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cip1000

Member since Dec 2013 • Last active Feb 2018
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  • 187 comments

Most recent activity

  • in Travel & Trips
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    1. Learn Spanish if you don't know it already.
    2. Otherwise, at least learn the words for today and tomorrow because if you want to buy a train or bus ticket, probably you want it for today or tomorrow.
    3. Casa Particulares are great.
    4. Waterproof backpack. When it chucks it down, it really chucks it down.
  • in Mechanics & Fixin'
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    It was a pleasure.

  • in Mechanics & Fixin'
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    Probably you forgot to use the nut to keep the tool on.

    1. Put tool against freewheel
    2. screw on nut so tool isn't going anywhere.
    3. apply incredible force with 12 inch adjustable and maybe foot.
    4. profit.
  • in Mechanics & Fixin'
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    A clicking freewheel is a super safety feature, being a great non-verbal way to communicate to pedestrians.

    If you have a grinder, there is nothing more fun than cutting a old freewheel and freeing all the tiny ball bearings from their circular metal prison.

  • in Mechanics & Fixin'
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    This one isn't bad if you have a 1/8 chain.

    http://www.ebay.co.uk/itm/DNP-BIKE-BICYC­LE-FREEWHEEL-16T-TOOTH-SINGLE-SPEED-FIXI­E-NEW-FREE-P-P/262927362917?ssPageName=S­TRK%3AMEBIDX%3AIT&_trksid=p2057872.m2749­.l2649

    Cheap freewheels aren't sealed so crap gets into them and they die sooner or later.

  • in Mechanics & Fixin'
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    Using your foot has the advantage that you can hold the wheel with two hands and apply a lot more force. It doesn't look very elegant, so maybe best not done in public.

  • in Mechanics & Fixin'
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    If you can't find a vice, and you have a nice portable angle grinder with a few batteries, you could take everything to one of those old unused rusting metal ships moored alongside the smelly river, cut the correct width slot in the hull and use it to hold the freewheel tool whilst you turn the wheel.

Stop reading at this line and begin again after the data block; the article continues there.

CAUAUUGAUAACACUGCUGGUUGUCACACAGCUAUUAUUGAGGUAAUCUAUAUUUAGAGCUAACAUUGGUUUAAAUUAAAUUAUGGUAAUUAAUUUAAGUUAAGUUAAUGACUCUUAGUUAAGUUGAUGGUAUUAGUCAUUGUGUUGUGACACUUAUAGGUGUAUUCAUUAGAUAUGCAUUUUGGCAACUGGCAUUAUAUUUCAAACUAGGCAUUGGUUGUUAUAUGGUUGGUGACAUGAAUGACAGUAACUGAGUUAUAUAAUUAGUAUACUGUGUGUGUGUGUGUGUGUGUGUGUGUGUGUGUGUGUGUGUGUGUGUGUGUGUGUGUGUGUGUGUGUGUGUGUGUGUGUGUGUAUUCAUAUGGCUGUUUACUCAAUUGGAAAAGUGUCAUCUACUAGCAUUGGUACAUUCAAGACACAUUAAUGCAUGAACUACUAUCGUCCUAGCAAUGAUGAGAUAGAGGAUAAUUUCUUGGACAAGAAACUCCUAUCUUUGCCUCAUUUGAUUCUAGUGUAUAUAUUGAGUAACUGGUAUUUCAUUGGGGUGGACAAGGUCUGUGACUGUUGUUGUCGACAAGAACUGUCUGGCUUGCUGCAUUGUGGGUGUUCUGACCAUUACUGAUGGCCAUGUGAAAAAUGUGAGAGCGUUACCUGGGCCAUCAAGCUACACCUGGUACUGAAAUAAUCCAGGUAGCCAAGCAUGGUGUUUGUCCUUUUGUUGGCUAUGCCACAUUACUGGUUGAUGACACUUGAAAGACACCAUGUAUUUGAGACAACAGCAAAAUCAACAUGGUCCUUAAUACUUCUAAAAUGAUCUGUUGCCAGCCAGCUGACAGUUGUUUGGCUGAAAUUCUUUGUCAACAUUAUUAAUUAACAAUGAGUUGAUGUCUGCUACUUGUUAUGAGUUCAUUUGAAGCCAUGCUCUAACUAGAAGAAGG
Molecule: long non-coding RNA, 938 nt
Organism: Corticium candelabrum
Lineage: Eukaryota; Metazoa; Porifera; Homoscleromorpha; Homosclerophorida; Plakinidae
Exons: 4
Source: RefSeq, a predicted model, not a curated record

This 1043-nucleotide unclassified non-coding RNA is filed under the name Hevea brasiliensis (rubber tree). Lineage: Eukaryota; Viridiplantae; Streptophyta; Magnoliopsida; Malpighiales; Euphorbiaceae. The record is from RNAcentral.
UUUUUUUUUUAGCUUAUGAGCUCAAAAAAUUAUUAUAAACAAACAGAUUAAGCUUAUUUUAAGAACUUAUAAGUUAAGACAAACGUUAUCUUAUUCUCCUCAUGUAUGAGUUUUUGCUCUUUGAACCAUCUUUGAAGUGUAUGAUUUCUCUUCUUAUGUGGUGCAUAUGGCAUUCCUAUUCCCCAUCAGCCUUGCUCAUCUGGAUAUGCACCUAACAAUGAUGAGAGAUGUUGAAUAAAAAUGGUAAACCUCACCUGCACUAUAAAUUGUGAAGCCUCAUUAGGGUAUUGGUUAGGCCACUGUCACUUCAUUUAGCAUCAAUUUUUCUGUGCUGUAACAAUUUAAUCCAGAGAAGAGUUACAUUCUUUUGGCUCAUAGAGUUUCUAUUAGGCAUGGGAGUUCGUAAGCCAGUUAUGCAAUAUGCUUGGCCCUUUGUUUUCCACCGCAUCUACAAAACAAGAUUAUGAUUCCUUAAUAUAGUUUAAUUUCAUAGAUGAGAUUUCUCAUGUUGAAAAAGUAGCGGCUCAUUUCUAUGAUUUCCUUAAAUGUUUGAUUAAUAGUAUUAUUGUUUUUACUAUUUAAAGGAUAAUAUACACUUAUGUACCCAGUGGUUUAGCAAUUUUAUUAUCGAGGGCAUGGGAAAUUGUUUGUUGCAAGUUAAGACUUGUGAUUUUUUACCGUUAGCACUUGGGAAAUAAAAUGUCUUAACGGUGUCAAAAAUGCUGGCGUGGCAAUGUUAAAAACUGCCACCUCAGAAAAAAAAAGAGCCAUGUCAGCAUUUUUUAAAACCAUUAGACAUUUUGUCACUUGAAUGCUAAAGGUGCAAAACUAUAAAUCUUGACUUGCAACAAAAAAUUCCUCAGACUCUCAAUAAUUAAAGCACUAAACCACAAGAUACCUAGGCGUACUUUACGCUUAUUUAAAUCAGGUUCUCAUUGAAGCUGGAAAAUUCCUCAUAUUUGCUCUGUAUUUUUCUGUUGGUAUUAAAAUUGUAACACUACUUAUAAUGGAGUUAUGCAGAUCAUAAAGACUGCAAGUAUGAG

• in Mechanics & Fixin'
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    I presume you're using one of the track nuts to hold the removal tool to the wheel which is still encumbered with inflated tyre, then using a 12 inch adjustable (or equivalent) and pushing it down with your foot (on which you have a shoe)? Whilst holding the wheel with your hands, maybe with a wall stopping it moving forward?

    If that doesn't work then you need a serious bench vice connected to a serious bench.

  • in Mechanics & Fixin'
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    Exactly.
    The position of the crank is fixed by the position of the NDS cup (or more specifically the position of the GXP converter bushing). The Drive side cup and spacers could be replaced with cheese and it still would not affect the position of the crank. That is until you try to pedal, then the lack of support provided by the cheese compared to a proper bearing would beome evident.

    You don't actually need to use the 1mm spacers. Without them, the drive side crank is just hanging out of the drive side cup a bit.

    The hope GXP adapter installation instructions are here...
    http://www.hopetech.com/wp-content/uploa­ds/2014/03/B.BracketTruvativ.pdf

    The BB installation for road is here
    http://www.hopetech.com/wp-content/uploa­ds/2014/03/RoadBBinstructions.pdf

    There are more hope instuctions here
    http://www.hopetech.com/product/threaded­/#tech

    I assume you bought the Road Series hope bb.

    If you've understood how holowtech cranks work it can be a bit of a leap to understanding GXP as the design is completely different.

  • in Mechanics & Fixin'
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    For that crank on a 68mm BB shell, you should be using 2x 1mm spacers, I think. The 2.5mm spacers are if you want to use a MTB crank on a 68mm shell BB.

    If the crank is (still) hitting the frame, you might be able to fix it by putting both (1mm) spacers on the drive side. By moving the non drive side in 1mm, you would get 1mm more. If that isn't enough, then you're screwed (or into soem serious engineering), but if the crank was ok before, it should be ok.

    You probably haven't deformed the splines on the crank as they are steel of the highest quality.

    There should be no side load on the bearings in GXP bb - the drive side bearing should not be pressing against the crank at all. By using 2.5mm spacers, you've got the axle attempting to squeese the bearings together, and that is wrong. The axle should be clamping to the NDS bearing AND THAT IS ALL!

    Installing the GXP adapter bushings can be a bit of a hassle. Personally, I install the bushings before putting the NDS bottom bracket in the bike. If you use the crank to compress everything together, is fairly easy.

    The hope bb attempts to keep dirt away from the bearing with the plastic thingies which have their own channel to run round in (which is quite a nice design, IMO). When they are new, the plastic rubs on the channel a bit. After a while, the plastic wears and everything spins more freely

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